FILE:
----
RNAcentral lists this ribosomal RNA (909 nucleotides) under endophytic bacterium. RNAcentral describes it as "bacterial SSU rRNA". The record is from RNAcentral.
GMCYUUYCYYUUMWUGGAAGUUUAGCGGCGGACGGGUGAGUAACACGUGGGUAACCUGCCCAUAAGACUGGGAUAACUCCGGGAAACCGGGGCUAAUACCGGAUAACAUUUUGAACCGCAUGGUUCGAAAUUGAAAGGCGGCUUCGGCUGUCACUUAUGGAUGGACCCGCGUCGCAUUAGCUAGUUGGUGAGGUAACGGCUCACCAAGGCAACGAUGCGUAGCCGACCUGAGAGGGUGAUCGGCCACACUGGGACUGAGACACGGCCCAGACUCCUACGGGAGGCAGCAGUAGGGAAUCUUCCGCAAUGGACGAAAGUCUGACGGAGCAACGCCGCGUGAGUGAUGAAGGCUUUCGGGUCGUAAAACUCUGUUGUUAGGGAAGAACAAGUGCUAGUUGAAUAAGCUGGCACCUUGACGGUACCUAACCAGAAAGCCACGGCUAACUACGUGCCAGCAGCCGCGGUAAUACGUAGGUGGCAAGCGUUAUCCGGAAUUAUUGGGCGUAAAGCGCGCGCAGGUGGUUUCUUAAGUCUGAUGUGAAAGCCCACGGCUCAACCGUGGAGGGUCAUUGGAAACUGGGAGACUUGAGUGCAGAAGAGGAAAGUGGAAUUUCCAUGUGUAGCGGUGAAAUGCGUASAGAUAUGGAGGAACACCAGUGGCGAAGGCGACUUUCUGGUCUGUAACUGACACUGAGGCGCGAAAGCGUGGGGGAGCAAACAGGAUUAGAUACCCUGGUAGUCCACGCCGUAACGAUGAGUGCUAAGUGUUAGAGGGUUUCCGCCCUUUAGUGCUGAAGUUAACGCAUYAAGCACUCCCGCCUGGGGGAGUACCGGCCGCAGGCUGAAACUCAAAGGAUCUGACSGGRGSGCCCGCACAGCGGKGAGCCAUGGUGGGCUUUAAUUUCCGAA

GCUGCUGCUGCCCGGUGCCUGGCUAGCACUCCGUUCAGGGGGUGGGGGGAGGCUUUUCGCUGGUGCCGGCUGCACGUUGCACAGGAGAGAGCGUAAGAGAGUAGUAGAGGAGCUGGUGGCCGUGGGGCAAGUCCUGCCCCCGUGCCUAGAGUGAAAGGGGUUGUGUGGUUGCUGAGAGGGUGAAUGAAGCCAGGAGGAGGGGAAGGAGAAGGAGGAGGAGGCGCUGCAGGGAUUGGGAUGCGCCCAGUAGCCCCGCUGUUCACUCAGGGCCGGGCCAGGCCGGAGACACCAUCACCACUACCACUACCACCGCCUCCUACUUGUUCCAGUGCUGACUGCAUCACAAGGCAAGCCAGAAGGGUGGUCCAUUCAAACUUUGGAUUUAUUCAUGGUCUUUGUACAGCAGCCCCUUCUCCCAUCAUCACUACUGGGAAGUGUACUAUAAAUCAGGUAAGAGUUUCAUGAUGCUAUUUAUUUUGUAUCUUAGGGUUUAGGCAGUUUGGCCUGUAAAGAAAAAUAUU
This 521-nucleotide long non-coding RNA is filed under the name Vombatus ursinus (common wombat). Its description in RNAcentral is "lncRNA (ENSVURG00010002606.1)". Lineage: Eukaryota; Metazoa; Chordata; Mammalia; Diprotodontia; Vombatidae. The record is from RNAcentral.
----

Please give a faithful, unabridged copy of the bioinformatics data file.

RNAcentral lists this ribosomal RNA (909 nucleotides) under endophytic bacterium. RNAcentral describes it as "bacterial SSU rRNA". The record is from RNAcentral.
GMCYUUYCYYUUMWUGGAAGUUUAGCGGCGGACGGGUGAGUAACACGUGGGUAACCUGCCCAUAAGACUGGGAUAACUCCGGGAAACCGGGGCUAAUACCGGAUAACAUUUUGAACCGCAUGGUUCGAAAUUGAAAGGCGGCUUCGGCUGUCACUUAUGGAUGGACCCGCGUCGCAUUAGCUAGUUGGUGAGGUAACGGCUCACCAAGGCAACGAUGCGUAGCCGACCUGAGAGGGUGAUCGGCCACACUGGGACUGAGACACGGCCCAGACUCCUACGGGAGGCAGCAGUAGGGAAUCUUCCGCAAUGGACGAAAGUCUGACGGAGCAACGCCGCGUGAGUGAUGAAGGCUUUCGGGUCGUAAAACUCUGUUGUUAGGGAAGAACAAGUGCUAGUUGAAUAAGCUGGCACCUUGACGGUACCUAACCAGAAAGCCACGGCUAACUACGUGCCAGCAGCCGCGGUAAUACGUAGGUGGCAAGCGUUAUCCGGAAUUAUUGGGCGUAAAGCGCGCGCAGGUGGUUUCUUAAGUCUGAUGUGAAAGCCCACGGCUCAACCGUGGAGGGUCAUUGGAAACUGGGAGACUUGAGUGCAGAAGAGGAAAGUGGAAUUUCCAUGUGUAGCGGUGAAAUGCGUASAGAUAUGGAGGAACACCAGUGGCGAAGGCGACUUUCUGGUCUGUAACUGACACUGAGGCGCGAAAGCGUGGGGGAGCAAACAGGAUUAGAUACCCUGGUAGUCCACGCCGUAACGAUGAGUGCUAAGUGUUAGAGGGUUUCCGCCCUUUAGUGCUGAAGUUAACGCAUYAAGCACUCCCGCCUGGGGGAGUACCGGCCGCAGGCUGAAACUCAAAGGAUCUGACSGGRGSGCCCGCACAGCGGKGAGCCAUGGUGGGCUUUAAUUUCCGAA

GCUGCUGCUGCCCGGUGCCUGGCUAGCACUCCGUUCAGGGGGUGGGGGGAGGCUUUUCGCUGGUGCCGGCUGCACGUUGCACAGGAGAGAGCGUAAGAGAGUAGUAGAGGAGCUGGUGGCCGUGGGGCAAGUCCUGCCCCCGUGCCUAGAGUGAAAGGGGUUGUGUGGUUGCUGAGAGGGUGAAUGAAGCCAGGAGGAGGGGAAGGAGAAGGAGGAGGAGGCGCUGCAGGGAUUGGGAUGCGCCCAGUAGCCCCGCUGUUCACUCAGGGCCGGGCCAGGCCGGAGACACCAUCACCACUACCACUACCACCGCCUCCUACUUGUUCCAGUGCUGACUGCAUCACAAGGCAAGCCAGAAGGGUGGUCCAUUCAAACUUUGGAUUUAUUCAUGGUCUUUGUACAGCAGCCCCUUCUCCCAUCAUCACUACUGGGAAGUGUACUAUAAAUCAGGUAAGAGUUUCAUGAUGCUAUUUAUUUUGUAUCUUAGGGUUUAGGCAGUUUGGCCUGUAAAGAAAAAUAUU
This 521-nucleotide long non-coding RNA is filed under the name Vombatus ursinus (common wombat). Its description in RNAcentral is "lncRNA (ENSVURG00010002606.1)". Lineage: Eukaryota; Metazoa; Chordata; Mammalia; Diprotodontia; Vombatidae. The record is from RNAcentral.